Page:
Analyzing Delta Air Lines’ Free Cash Flow
Delta Air Lines’ free cash flow
Considering the data in the past five years, Delta Air Lines (DAL) has been generating a strong FCF (free cash flow). Delta Air Lines’ five-year average FCF is $3.08 billion. In the first quarter, Delta Air Lines’ FCF was $173 million. During the quarter, the company invested $1.2 billion to buy aircraft and make improvements. Delta Air Lines is expected to continue generating strong FCF for the remaining quarters. However, the increased operating cost due to higher oil prices could limit Delta Air Lines’ FCF.
How is the FCF used?
Delta Air Lines’ FCF is mainly used for dividends, share repurchases, expansions, pension plans, and debt repayments. In the past, Delta Air Lines used its strong FCF to reduce its debt from $11.34 billion in 2011 to $7.33 billion in 2016. However, an interesting trend has developed over the past five years. There has been an increase in the percentage of FCF used to return dividends and share repurchases to shareholders.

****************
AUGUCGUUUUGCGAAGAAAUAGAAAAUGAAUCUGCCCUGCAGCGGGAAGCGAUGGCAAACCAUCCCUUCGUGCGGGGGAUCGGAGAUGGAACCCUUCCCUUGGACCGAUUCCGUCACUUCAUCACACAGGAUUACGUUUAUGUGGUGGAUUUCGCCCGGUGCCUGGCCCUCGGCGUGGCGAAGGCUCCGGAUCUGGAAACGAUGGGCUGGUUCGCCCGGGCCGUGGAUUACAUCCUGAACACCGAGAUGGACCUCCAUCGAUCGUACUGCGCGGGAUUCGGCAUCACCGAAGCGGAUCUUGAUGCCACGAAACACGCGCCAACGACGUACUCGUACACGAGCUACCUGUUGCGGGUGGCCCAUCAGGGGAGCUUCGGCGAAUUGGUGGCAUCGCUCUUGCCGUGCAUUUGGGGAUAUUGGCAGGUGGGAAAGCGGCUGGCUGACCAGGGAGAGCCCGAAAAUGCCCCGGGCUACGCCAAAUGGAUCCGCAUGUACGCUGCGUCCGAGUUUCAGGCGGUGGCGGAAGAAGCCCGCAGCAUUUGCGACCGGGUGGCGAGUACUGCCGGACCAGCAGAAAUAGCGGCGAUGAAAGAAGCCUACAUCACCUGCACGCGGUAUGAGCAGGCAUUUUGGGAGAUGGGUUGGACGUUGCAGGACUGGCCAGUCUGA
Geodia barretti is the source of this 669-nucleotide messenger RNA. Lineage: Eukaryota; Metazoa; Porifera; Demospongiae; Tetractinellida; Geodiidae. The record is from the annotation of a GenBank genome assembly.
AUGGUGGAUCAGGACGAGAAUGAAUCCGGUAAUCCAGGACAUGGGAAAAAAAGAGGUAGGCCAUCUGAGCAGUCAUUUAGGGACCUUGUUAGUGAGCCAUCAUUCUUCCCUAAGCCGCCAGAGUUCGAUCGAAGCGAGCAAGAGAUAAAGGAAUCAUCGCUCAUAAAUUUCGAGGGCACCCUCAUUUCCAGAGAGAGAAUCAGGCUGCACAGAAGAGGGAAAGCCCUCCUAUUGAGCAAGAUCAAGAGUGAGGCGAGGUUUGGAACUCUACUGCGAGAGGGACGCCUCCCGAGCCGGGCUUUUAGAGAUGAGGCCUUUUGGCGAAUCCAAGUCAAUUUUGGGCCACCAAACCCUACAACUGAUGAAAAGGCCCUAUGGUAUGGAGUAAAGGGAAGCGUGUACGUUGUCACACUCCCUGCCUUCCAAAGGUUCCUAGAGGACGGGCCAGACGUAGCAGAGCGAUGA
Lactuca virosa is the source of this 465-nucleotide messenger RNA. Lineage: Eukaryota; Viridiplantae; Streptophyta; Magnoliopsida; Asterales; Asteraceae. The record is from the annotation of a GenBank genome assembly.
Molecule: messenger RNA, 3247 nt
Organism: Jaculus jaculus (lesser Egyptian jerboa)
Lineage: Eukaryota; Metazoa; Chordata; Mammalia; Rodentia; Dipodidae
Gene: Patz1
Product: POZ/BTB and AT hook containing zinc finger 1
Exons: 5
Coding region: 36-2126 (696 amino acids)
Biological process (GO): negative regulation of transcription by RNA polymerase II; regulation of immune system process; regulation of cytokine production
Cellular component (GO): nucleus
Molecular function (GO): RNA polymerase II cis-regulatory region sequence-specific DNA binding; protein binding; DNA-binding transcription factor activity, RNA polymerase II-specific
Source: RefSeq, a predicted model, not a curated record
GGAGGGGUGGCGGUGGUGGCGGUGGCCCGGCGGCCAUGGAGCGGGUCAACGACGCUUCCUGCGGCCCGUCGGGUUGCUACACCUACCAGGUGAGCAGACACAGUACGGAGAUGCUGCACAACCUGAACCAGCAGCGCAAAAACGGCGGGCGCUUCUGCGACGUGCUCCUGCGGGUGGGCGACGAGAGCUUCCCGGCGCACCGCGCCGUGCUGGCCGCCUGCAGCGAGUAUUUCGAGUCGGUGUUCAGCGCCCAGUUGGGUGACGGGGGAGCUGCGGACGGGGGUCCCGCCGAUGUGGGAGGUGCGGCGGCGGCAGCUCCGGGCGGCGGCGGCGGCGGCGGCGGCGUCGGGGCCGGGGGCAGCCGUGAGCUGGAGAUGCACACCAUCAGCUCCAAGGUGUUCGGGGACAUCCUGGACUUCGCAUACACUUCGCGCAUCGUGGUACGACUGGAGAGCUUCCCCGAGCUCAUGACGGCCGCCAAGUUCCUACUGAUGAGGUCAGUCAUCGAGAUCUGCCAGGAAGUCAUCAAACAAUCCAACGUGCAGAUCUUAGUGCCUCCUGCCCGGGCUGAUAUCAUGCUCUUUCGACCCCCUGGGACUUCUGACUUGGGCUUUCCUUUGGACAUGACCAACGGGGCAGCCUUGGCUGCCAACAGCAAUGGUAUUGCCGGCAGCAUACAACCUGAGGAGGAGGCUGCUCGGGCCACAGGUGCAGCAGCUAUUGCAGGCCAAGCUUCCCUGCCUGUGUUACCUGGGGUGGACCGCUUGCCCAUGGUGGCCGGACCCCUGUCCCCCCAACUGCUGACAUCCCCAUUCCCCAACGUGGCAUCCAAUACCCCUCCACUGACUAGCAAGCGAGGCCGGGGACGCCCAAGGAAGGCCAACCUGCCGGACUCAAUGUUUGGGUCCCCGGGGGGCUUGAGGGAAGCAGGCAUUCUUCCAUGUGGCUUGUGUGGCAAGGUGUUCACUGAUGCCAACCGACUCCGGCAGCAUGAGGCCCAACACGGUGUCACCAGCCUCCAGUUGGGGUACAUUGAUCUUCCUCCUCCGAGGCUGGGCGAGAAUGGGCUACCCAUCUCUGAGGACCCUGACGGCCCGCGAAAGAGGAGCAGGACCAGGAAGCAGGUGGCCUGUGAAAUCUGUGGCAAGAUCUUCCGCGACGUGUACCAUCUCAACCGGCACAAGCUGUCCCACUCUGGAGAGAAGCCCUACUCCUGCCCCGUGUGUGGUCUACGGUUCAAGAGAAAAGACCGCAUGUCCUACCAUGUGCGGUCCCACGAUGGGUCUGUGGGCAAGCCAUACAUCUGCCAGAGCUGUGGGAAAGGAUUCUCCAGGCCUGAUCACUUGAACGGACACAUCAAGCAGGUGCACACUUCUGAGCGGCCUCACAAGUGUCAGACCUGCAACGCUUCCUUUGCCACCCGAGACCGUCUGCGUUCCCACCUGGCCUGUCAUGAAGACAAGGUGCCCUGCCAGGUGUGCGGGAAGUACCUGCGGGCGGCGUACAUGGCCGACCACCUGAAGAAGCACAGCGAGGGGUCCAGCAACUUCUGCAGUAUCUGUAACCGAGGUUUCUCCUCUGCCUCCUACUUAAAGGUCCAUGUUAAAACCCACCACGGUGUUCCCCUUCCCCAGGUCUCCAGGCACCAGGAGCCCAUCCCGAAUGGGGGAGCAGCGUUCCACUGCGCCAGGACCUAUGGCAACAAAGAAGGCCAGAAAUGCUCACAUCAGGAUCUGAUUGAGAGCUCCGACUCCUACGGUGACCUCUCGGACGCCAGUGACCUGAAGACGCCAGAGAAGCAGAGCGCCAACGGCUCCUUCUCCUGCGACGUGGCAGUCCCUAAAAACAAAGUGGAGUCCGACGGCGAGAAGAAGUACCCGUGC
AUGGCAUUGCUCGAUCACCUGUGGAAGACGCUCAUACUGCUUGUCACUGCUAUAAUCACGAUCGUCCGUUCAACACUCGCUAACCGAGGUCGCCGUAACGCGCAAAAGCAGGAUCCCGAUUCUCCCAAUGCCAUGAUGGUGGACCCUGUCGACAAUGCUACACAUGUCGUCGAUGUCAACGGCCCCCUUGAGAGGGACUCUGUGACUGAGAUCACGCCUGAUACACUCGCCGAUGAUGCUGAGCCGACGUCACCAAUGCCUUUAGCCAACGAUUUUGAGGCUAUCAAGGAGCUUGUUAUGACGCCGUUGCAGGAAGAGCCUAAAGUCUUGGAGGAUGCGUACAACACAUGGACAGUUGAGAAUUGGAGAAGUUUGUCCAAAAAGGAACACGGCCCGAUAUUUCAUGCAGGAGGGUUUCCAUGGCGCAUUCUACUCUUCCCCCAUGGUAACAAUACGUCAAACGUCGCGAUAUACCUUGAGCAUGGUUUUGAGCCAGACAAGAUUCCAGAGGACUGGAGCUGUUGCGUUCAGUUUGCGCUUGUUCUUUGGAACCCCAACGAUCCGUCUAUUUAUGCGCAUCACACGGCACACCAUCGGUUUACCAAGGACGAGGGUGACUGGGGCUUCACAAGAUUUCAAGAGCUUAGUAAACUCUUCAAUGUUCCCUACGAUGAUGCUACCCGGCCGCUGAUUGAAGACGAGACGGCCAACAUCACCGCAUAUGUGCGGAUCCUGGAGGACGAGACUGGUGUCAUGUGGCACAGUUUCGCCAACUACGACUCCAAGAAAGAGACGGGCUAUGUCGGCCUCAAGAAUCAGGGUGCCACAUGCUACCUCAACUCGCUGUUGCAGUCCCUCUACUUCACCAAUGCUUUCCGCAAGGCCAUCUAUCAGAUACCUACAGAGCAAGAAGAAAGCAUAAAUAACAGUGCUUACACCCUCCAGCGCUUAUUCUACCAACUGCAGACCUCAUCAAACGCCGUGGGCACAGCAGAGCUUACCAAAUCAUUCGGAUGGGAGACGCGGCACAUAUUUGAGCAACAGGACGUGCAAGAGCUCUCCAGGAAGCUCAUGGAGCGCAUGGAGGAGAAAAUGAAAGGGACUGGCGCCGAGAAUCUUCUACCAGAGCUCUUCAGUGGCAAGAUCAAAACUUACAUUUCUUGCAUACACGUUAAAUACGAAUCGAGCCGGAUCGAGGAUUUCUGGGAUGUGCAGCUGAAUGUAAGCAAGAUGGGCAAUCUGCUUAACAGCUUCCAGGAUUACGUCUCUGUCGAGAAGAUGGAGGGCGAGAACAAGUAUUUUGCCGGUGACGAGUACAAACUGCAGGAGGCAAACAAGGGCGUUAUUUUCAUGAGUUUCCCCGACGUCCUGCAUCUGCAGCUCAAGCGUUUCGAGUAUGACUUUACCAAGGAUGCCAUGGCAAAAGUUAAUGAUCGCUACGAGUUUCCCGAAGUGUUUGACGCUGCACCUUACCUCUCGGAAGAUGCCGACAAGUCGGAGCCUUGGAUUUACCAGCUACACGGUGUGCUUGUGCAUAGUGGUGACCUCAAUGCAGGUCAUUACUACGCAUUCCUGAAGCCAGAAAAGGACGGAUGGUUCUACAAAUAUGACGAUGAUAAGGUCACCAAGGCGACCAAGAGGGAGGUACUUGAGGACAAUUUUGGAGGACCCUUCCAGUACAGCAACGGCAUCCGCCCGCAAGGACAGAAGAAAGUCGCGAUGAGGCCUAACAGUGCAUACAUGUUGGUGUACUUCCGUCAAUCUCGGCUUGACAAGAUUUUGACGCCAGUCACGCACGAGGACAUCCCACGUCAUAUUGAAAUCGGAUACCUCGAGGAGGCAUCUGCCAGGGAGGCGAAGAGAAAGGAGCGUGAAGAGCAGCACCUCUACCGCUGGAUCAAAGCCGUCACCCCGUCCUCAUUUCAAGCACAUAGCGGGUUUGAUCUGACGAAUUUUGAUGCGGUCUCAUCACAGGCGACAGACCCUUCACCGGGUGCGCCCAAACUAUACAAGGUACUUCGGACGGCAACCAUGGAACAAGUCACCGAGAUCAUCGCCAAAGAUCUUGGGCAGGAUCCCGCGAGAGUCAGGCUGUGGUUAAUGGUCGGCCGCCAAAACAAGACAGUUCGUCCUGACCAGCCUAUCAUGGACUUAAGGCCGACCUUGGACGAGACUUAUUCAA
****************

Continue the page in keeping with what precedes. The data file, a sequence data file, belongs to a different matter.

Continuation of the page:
In 2013, only 16% of the FCF was returned to shareholders. Since then, the percentage has increased. In 2017, Delta Air Lines returned 121.5% of the FCF that it generated. In the first quarter, Delta Air Lines returned 312% of the FCF to shareholders. Currently, Delta Air Lines isn’t looking to repay its debt quickly. The FCF is mainly being used to buy back shares and fund the pension plans.
Investors can hold Delta Air Lines indirectly by investing in the First Trust Nasdaq Transportation ETF (FTXR), which has invested 3.9% of its holdings in Delta Air Lines. The fund also provides exposure to General Motors (GM), FedEx (FDX), and American Air Lines (AAL), which have weights of 8.5%, 8.2%, and 1.9%, respectively, as of June 20.